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Let $\mathcal{A}$ be an abelian category and let $$ 0 \rightarrow E \rightarrow F \rightarrow G \rightarrow 0 $$ be a short exact sequence. Then in $D(\mathcal{A})$, the derived category of $\mathcal{A}$ we have a distinguished triangle $$ E \rightarrow F \rightarrow G \rightarrow E[1]. $$

Moreover, the above short exact sequence determines an element of Ext$^1(G,E)$ and therefore a map $G[-1] \rightarrow E$ in $D(\mathcal{A})$. The axiom TR2 tells us that the cone of this map is exactly $F$.

I would like to understand if one can generalise this picture.

Consider a morphism $f: A \rightarrow B$ in $\mathcal{A}$ such that both Ker$(f)$ and Coker$(f)$ are non-zero. $f$ can be also thought of as a morphism in $D(\mathcal{A})$. What is its cone then? Do we have a distinguished triangle $$ A \rightarrow B \rightarrow \textrm{Coker}(f) \oplus \textrm{Ker}(f)[1] \rightarrow A[1]? $$

On the other hand, we have the following exact sequence in $\mathcal{A}$ $$ 0 \rightarrow \textrm{Ker}(f) \rightarrow A \rightarrow B \rightarrow \textrm{Coker}(f) \rightarrow 0. $$ It corresponds to an element in $\textrm{Ext}^2(\textrm{Coker}(f), \textrm{Ker}(f))$ and hence to a map $\textrm{Coker}(f)[-2] \rightarrow \textrm{Ker}(f)$ in $D(\mathcal{A})$. Can one write down the cone of this map using objects $A$ and $B$? My only guess is that it would be $A \oplus B[-1]$, but I don't know whether it is correct or how to prove it.

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The answer to your first question is yes if A is a hereditary category (meaning the higher Ext groups vanish), but it is not true in general. –  Steve Jul 20 '12 at 20:31

2 Answers 2

up vote 2 down vote accepted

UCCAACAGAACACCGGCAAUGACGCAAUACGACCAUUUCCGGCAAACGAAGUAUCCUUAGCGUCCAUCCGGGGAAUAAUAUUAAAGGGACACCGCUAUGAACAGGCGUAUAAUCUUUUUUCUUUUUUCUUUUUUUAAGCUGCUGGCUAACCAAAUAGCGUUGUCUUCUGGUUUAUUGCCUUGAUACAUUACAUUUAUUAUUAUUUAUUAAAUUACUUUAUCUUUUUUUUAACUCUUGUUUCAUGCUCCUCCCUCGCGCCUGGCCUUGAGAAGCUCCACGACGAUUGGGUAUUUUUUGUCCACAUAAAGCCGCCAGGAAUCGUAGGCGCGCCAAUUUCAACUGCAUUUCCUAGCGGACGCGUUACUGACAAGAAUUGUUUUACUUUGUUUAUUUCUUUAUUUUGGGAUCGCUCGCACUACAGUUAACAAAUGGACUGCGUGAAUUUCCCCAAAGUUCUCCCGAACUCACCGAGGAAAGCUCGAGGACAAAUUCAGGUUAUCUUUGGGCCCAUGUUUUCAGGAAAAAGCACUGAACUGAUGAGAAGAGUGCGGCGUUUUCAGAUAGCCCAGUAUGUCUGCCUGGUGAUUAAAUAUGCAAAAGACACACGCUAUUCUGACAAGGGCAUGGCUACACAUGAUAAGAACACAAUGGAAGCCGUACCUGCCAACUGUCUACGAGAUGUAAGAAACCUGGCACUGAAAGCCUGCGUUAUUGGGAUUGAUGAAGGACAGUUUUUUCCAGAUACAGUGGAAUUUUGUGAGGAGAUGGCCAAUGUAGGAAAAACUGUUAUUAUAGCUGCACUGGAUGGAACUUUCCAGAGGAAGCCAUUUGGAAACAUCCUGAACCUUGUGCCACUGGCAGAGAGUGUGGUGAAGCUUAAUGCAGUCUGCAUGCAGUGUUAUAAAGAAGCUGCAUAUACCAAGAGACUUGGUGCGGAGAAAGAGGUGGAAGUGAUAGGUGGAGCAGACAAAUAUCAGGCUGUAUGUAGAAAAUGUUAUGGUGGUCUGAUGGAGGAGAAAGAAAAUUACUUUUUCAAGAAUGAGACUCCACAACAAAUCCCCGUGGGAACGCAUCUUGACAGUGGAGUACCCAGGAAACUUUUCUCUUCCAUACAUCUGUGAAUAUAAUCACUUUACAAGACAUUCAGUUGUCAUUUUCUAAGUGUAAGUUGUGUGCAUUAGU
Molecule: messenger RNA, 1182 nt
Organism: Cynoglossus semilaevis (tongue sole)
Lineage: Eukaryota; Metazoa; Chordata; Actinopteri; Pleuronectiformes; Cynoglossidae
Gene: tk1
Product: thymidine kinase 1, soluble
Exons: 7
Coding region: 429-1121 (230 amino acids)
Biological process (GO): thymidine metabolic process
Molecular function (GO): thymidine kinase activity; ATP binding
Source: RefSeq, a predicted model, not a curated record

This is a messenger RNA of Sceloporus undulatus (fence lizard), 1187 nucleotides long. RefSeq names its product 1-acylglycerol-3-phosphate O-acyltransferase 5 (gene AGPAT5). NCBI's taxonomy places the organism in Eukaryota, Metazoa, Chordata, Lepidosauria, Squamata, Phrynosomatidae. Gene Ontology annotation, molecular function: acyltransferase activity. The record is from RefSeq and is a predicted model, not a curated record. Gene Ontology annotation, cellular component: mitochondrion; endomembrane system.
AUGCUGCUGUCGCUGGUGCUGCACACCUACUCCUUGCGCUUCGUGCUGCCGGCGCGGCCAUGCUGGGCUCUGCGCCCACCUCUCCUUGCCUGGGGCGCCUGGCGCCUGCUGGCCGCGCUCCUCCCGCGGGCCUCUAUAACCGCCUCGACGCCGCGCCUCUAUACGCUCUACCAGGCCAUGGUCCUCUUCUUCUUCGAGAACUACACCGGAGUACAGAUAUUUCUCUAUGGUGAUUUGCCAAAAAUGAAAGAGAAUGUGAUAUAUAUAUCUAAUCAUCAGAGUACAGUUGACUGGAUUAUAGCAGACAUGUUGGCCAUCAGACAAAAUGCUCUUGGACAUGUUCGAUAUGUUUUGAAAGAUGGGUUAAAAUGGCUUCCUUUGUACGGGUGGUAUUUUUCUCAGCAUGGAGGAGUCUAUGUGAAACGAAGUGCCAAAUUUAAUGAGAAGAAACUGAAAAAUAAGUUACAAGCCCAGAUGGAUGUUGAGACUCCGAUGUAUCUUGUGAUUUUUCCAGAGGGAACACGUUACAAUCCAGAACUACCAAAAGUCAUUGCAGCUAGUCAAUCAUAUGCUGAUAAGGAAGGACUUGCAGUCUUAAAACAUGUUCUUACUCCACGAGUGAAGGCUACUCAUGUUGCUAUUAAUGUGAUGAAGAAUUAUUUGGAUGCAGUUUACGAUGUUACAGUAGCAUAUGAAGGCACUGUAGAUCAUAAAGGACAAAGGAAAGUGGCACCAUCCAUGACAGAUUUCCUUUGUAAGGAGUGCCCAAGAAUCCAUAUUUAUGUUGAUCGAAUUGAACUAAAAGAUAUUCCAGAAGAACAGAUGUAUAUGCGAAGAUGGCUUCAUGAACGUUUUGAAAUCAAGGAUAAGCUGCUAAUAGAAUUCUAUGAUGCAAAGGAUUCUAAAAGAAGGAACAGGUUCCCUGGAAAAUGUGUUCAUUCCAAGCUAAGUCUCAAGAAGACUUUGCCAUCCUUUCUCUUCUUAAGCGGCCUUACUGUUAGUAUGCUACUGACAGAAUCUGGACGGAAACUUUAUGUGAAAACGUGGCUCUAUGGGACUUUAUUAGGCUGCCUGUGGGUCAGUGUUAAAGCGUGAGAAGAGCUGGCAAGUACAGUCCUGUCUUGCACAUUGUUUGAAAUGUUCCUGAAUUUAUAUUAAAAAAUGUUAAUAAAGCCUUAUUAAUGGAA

I'll expand on Steve's comment, but I'm sure you must know this stuff already.

if $f: A \to B$ you take the cone $D$ and cohomology long exact sequence tells you that the cohomology of $D$ is $K = \text{ker } f$ in degree minus one and $C = \text{coker } f$ in degree zero. Explicitly a cone is given by the mapping cone construction for the category of complexes. The complex is given by $A[1] \oplus B$ but with the differential twisted by $f$ (actually, as these are complexes concentrated in a single degree, the differential is $f$). The abelian category being hereditary should be equivalent to saying that mapping cones split, in the sense that they can be rewritten as a direct sum of $K$ and $C$ as you wrote.

As for your second question, maybe this helps. Consider the inclusion $K \to [A \to B]$ where I'm thinking of the second guy as the complex where $A$ sits in degree zero, $B$ in degree one and the differential is $f$ (in other words it's the mapping cone of $f$ shifted by minus one). Take the cone $E$. The merciful lord of cohomology long exact sequences then tells us

$$ 0 \to K \to K \to H^0(E) \to 0 \to C \to H^1(E) \to 0 $$ and, as the first map is an isomorphism, $E$ is actually $C[-1]$. Is this enough?

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So, summarizing there are two distinguished triangles $$ A \to B \to D $$ (the definition of $D$), and $$ K[1] \to D \to C $$ (the canonical filtration on $D$). The second extends to give a map $C\to K[2]$ which is the corresponding extension class. –  Sasha Jul 22 '12 at 4:20

Not a real answer, but hopefully a relevant comment:

There is s very close analogy between the homotopy category of spaces and chain complexes. You can find such presentation in Peter May's notes on chain complexes I belive. Under this correspondence cones correspond to cones. Now there is something called a Dold-Puppe sequence, you can find it's description in Hatcher's book. In this sequence every map is a cone of a previous one and these sequences correspond exactly to distinguished triangles.

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